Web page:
TWiP Family 045: Panning Photos for Parents

Today we have a guest host, my good friend, Zane Schwaiger. She wanted to learn how to take panning photos of her kids. She’s doing a daily photo project, a 365 Project, and attempted a panning photo but it wasn’t what she’d hoped.

What is a panning photo?

Panning photos show motion. The shutter speed is slow and the photographer moves her camera with the subject as they move. The background is blurred and the subject stays focused.

Something that is like panning can be created when you are moving with your subject and use a slow shutter speed. Zane and I talked about a photo by Simon Boyle, who is doing a 365 project with us, of his wife on a spinning ride. We also talked about doing a photo of a child spinning with your camera on a timer. I hadn’t tried it when we talked, but I tried it after. These example of photos that use the same motion blur that panning uses.

Here are three ways to capture the action on a spinning ride.

In our conversation, we talk about how to make a panning photo. First, chose a subject moving in a predictable path and speed. Use a high aperture and the highest shutter speed you can while still getting motion blur. I usually use 1/50 or 1/60. Expect a lot of bad photos and have fun.

After our conversation, Zane was inspired to try panning again. She said it took her about 100 photos to get the one that worked.

I love panning photos. I love how much energy they have and how I can embrace the motion of my children when taking a panning photo. I started making panning photos to capture the excitement of sled riding.

I hope this episode encourages you to try some panning photos. Share your panning photos in the comments, even if they didn’t work the way you’d hoped!

If you have a family photography question, a suggestion for a show topic or guest, or just want to say hello – email me –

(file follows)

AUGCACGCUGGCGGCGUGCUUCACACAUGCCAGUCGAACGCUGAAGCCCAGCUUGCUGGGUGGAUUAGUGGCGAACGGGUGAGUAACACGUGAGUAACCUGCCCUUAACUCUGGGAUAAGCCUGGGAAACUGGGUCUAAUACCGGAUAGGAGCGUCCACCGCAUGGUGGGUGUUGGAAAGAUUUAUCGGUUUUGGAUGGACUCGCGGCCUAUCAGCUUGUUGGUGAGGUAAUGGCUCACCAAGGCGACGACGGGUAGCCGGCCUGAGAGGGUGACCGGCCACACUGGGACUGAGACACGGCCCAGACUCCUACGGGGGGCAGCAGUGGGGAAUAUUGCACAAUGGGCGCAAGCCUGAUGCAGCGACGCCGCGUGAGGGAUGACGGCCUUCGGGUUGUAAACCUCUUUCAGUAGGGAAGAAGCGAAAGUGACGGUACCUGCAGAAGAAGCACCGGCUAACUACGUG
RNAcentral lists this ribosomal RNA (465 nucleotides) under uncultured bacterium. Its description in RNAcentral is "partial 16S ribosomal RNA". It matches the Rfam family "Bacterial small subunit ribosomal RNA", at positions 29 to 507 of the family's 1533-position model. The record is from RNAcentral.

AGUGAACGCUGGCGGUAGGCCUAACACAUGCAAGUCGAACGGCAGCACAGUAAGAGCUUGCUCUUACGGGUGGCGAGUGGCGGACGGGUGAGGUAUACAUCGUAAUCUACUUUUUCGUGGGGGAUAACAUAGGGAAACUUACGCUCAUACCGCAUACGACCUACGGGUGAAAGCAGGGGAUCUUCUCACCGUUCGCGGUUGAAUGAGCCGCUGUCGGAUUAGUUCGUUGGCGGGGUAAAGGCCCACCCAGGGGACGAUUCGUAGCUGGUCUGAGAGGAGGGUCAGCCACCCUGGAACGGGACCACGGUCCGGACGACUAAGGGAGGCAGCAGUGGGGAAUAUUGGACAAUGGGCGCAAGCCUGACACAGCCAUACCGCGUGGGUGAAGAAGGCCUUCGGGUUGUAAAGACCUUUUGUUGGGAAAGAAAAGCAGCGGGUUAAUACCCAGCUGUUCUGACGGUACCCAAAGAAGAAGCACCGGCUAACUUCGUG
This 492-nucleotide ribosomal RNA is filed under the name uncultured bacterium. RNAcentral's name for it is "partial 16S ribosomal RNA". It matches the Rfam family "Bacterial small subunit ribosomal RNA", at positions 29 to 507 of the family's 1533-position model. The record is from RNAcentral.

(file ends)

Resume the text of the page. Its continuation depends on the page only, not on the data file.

Zane and I talked about our 365 Projects. Today is a great day to start your project. We’re having a great time sharing our photos in the TWiP Family 365 2016 group on Flickr. Join us.

More about Zane: Website, Flickr, Instagram


  1. Fun podcast, thank you both! I also enjoyed the 365 talk. I love panning, partially because it’s been a way of getting just the moving subject clear and everything else blurry when I’ve only had budget (not very bright) lenses. I have two additional tips that I find helpful, especially when people are learning/practicing: 1) Having your subject doing circles around you can be easier than having them move in a straight line, as it keeps them constant distance from the camera, focusing isn’t an issue and you can fire off a bunch of frames in a row (and there’s no back and forth). Because she stays the same distance from the lens, it also allows a bit of a slower shutter speed too, exaggerating the background blur. Think riding a bike or running circles around you as you pivot. In the real world, capturing the person running or riding around a corner with you standing on the inside of the corner is another great way to capture panning motion. 2) Having the subject, especially her face, on a darker (but busy) background is safer than bright, because if you get the panning (camera) speed off a bit, a bright background can overlap into her face…making matching the speed of the subject so critical. There are a few other things I try to remember but those two are the most helpful ones I learned. Thanks for a great show. -a y on flickr

  2. I loved this podcast! I tried panning as a result at the playground this past weekend. Here is a picture of my daughter. She was moving erratically so only her face is in focus on the one where she’s leaning back, but it was fun. I did both of them at 1/40 of a second. Please let me know if you have any recommendations on how to improve. Thanks for the great podcast and helping me try something new!

  3. Hi Kristen,
    You did it! Just keep playing. Try it at 1/50. Do some on and some off the spinning thing. And, try to do one that she’s on the other side facing you if you can. I am so glad you tried it! Thanks for listening,